Polymicrogyria of the Unilateral Temporal Lobe in a Transsexual Patient—Case Report


Introduction: Polymicrogyria, the appearance of irregular small and over numbered gyri on the surface of the brain, has been reported as the most frequent finding, when exists, on the temporal lobe. Case Presentation: A patient, male, age of 35, came to the regular head and brain MRI scan due to psychiatric and hormonal treatment within transsexualism. There were no data of epilepsy in a patient’s history. MRI scans were acquired with a 1.5 T Siemens Magnetom system with a standard head coil. Three-dimensional 3D RAGE, contiguous 1.0 mm slice, and 1 acquisition sequence underwent final 3D rendering and subsequent volumetry. On the definitive 3D image, we have revealed an unusual gyrisation on the left temporal lobe which had a picture of partial polymicrogyria. Conclusion: This is a unique finding, to our knowledge, of the unilateral temporal polymicrogyria in a person with transsexualism. Although polymicrogyria is mostly related to epileptifom attacks, its impact on the transsexualism appearance is opened to be examined.

Share and Cite:

A. Starcevic, D. Zigic and B. Filipovic, "Polymicrogyria of the Unilateral Temporal Lobe in a Transsexual Patient—Case Report," Neuroscience and Medicine, Vol. 4 No. 4, 2013, pp. 263-266. doi: 10.4236/nm.2013.44037.

Conflicts of Interest

The authors declare no conflicts of interest.


[1] P. T. Cohen-Kettenis and L. J. Gooren, “Transsexualism, a Review of Etiology, Diagnosis and Treatment,” Journal of Psychosomatic Research, Vol. 46, No. 4, 1999, pp. 315-333.
[2] A. J. Barkovich, “Current Concepts of Polymicrogyria,” Neuroradiology, Vol. 52, No. 6, 2010, pp. 479-487.
[3] R. J. Leventer, A. Jansen, D. T. Pilz, N. Stoodley, C. Marini, F. Dubeau, et al., “Clinical and Imaging Heterogeneity of Polymicrogyria: A Study of 328 Patients,” Brain, Vol. 133, No. 5, 2010, 1415-1427.
[4] A. J. Barkovich, P. Gressens and P. Evrard, “Formation, Maturation and Disorders of Brain Neocortex,” AJNR American Journal of Neuroradiology, Vol. 13, 1992, pp. 423-446.
[5] J. N. Zhou, M. A. Hofman, L. J. Gooren and D. F. Swaab, “A Sex Difference in the Human Brain and Its Relation to Transsexuality,” Nature, Vol. 378, No. 6552, 1995, pp. 68-70. http://dx.doi.org/10.1038/378068a0
[6] S. M. Corsello, V. Di Donna and P. Senes, et al., “Biological Aspects of Gender Disorders,” Minerva Endocrinologica, Vol. 36, No. 4, 2011, pp. 325-339.
[7] A. M. Bao and D. F. Swaab, “Sex Differences in the Brain, Behaviour, and Neuropsychiatric Disorders,” Neuroscientist, Vol. 16, No. 5, 2010, pp. 550-565.
[8] C. Kraus, “Am I My Brain or My Genitals? A Nature-Culture Controversy in the Hermaphrodite Debate from the Mid-1960s to the Late 1990s,” Gesnerus, Vol. 68, No. 1, 2011, pp. 80-106.
[9] A. A. Lawrence, “A Critique of the Brain-Sex Theory of Transsexualism,” Transsexual Women’s Resources, 2007.
[10] I. Savic, A. Garcia-Falgueras and D. F. Swaab, “Sexual Differentiation of the Human Brain in Relation to Gender IDENTITY and Sexual Orientation,” Progress in Brain Research, Vol. 186, 2010, pp. 41-62.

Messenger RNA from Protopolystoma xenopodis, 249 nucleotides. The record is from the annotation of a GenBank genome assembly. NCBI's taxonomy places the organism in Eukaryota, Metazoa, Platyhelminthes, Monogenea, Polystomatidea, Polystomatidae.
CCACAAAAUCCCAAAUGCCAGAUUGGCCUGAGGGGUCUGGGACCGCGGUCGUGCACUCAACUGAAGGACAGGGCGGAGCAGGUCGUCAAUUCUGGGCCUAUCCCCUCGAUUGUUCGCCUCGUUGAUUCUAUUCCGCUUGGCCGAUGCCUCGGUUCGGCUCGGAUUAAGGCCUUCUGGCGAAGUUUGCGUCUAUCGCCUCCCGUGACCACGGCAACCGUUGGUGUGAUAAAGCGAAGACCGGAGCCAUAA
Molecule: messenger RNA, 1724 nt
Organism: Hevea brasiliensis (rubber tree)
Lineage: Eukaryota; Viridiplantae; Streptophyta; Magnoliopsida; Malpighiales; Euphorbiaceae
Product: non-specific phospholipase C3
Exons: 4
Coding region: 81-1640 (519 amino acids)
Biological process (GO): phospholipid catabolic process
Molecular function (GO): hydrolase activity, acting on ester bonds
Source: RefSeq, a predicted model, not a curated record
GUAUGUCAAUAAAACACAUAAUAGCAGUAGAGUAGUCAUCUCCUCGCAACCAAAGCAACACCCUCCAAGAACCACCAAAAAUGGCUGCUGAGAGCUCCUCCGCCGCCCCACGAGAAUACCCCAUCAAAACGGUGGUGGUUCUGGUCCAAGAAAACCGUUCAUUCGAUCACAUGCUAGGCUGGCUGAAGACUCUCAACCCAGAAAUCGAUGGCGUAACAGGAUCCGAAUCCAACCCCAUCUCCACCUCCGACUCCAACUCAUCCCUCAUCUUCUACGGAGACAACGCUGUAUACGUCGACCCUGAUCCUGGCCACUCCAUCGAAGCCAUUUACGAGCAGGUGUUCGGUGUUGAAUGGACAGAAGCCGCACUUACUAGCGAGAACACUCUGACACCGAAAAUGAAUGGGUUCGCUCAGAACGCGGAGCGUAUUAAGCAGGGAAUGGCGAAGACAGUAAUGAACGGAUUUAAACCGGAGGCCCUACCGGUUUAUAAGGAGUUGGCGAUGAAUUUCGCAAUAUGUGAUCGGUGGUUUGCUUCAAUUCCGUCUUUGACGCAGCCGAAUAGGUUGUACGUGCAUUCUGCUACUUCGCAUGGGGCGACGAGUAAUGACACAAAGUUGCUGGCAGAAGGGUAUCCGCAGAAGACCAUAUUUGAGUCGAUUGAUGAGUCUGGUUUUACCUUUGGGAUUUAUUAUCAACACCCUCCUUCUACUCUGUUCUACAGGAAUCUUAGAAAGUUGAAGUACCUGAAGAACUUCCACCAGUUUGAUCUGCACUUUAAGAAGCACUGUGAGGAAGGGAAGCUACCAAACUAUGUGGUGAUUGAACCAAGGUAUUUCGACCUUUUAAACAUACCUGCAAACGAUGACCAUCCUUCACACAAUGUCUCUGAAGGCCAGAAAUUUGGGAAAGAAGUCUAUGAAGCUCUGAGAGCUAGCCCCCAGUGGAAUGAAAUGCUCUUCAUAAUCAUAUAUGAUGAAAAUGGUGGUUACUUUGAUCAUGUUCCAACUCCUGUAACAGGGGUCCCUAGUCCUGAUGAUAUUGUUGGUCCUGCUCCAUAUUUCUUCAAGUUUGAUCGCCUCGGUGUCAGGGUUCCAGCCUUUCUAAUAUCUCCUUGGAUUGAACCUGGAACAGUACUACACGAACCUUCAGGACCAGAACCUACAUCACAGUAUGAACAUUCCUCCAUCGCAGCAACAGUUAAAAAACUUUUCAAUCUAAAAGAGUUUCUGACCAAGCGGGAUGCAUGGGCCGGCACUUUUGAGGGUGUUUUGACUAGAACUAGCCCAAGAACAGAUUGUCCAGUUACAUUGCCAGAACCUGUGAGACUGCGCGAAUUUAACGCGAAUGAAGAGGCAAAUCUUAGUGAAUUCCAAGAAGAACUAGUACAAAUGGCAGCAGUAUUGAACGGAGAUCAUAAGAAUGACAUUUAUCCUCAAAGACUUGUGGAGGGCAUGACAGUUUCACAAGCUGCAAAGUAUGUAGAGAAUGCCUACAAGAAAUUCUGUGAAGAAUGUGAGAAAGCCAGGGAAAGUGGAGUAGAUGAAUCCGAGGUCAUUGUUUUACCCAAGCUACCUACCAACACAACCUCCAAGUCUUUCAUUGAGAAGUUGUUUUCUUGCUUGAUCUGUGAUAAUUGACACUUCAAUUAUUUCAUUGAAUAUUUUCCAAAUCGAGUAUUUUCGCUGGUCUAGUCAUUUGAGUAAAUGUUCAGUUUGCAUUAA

[11] D. F. Swaab, L. J. Gooren and M. A. Hofman, “Gender and Sexual Orientation in Relation to Hypothalamic Structures,” Hormone Research, Vol. 38, No. 2, 1992, pp. 51-61. http://dx.doi.org/10.1159/000182597
[12] D. F. Swaab, “Sexual Differentiation of the Human Brain: Relevance for Gender Identity, Transsexualism and Sexual Orientation,” Gynecological Endocrinology, Vol. 19, No. 6, 2004, pp. 301-312.
[13] L. Gooren, “The Biology of Human Psychosexual Differentiation,” Hormones and Behavior, Vol. 50, No. 4, 2006, pp. 589-601
[14] A. M. Bao and D. F. Swaab, “Sexual Differentiation of the Human Brain: Relation to Gender Identity, Sexual Orientation and Neuropsychiatric Disorders,” Frontiers in Neuroendocrinology, Vol. 32, No. 2, 2011, pp. 214-226.
[15] D. F. Swaab, “Sexual Differentiation of the Brain and Behaviour,” Best Practice & Research Clinical Endocrinology & Metabolism, Vol. 21, No. 3, 2007, pp. 431-444.
[16] W. C. Chung, G. J. De Vries and D. F. Swaab, “Sexual Differentiation of the Bed Nucleus of the Stria Terminalis in Humans May Extend into Adulthood,” Neuroradiology, Vol. 22, No. 3, 2002, pp. 1027-1033.
[17] A. Garcia-Falgueras and D. F. Swaab, “A Sex Difference in the Hypothalamic Uncinate Nucleus: Relationship to Gender Identity,” Brain, Vol. 131, No. 12, 2008, pp. 3132-3146. http://dx.doi.org/10.1093/brain/awn276
[18] F. P. M. Kruijver, J. N. Zhou, C. W. Pool, M. A. Hofman, L. J. Gooren and D. F. Swaab, “Male-to-Female Transsexuals Have Female Neuron Numbers in a Limbic Nucleus,” The Journal of Clinical Endocrinology & Metabolism, Vol. 85, No. 5, 2000, p. 2034.
[19] M. Rijpkema, D. Everaerd, C. van der Pol, B. Franke, I. Tendolkar and G. Fernández, “Normal Sexual Dimorphism in the Human Basal Ganglia,” Human Brain Mapping, Vol. 33, No. 5, 2011, pp. 1346-1252.
[20] J. Brabec, J. Kráseny and P. Petrovicky, “Volumetry of Striatum and Pallidum in Man—Anatomy, Cytoarchitecture, Connections, MRI and Aging,” Sbornik Lekaisky, Vol. 104, No. 1, 2003, pp. 13-65.
[21] Y. Miyahira, J. Yu, K. Hiramatsu, Y. Shimazaki and Y. Takeda, “Brain Volumetric MRI Study in Healthy Elderly Persons Using Statistical Parametric Mapping,” Seishin Shinkeigaku Zasshi, Vol. 106, No. 2, 2004, pp. 138-151.
[22] L. G. Almeida Montes, J. Ricardo-Garcell, L. B. Barajas De La Torre, et al., “Clinical Correlations of Grey Matter Reductions in the Caudate Nucleus of Adults with Attention Deficit Hyperactivity Disorder,” Journal of Psychiatry and Neuroscience, Vol. 35, No. 4, 2010, pp. 238-246.
[23] A. J. Barkovich, “MRI Analysis of Sulcation Morphology in Polymicrogyria,” Epilepsia, Vol. 51, No. 1, 2010, pp. 17-22.

Copyright © 2021 by authors and Scientific Research Publishing Inc.

Creative Commons License

This work and the related PDF file are licensed under a Creative Commons Attribution 4.0 International License.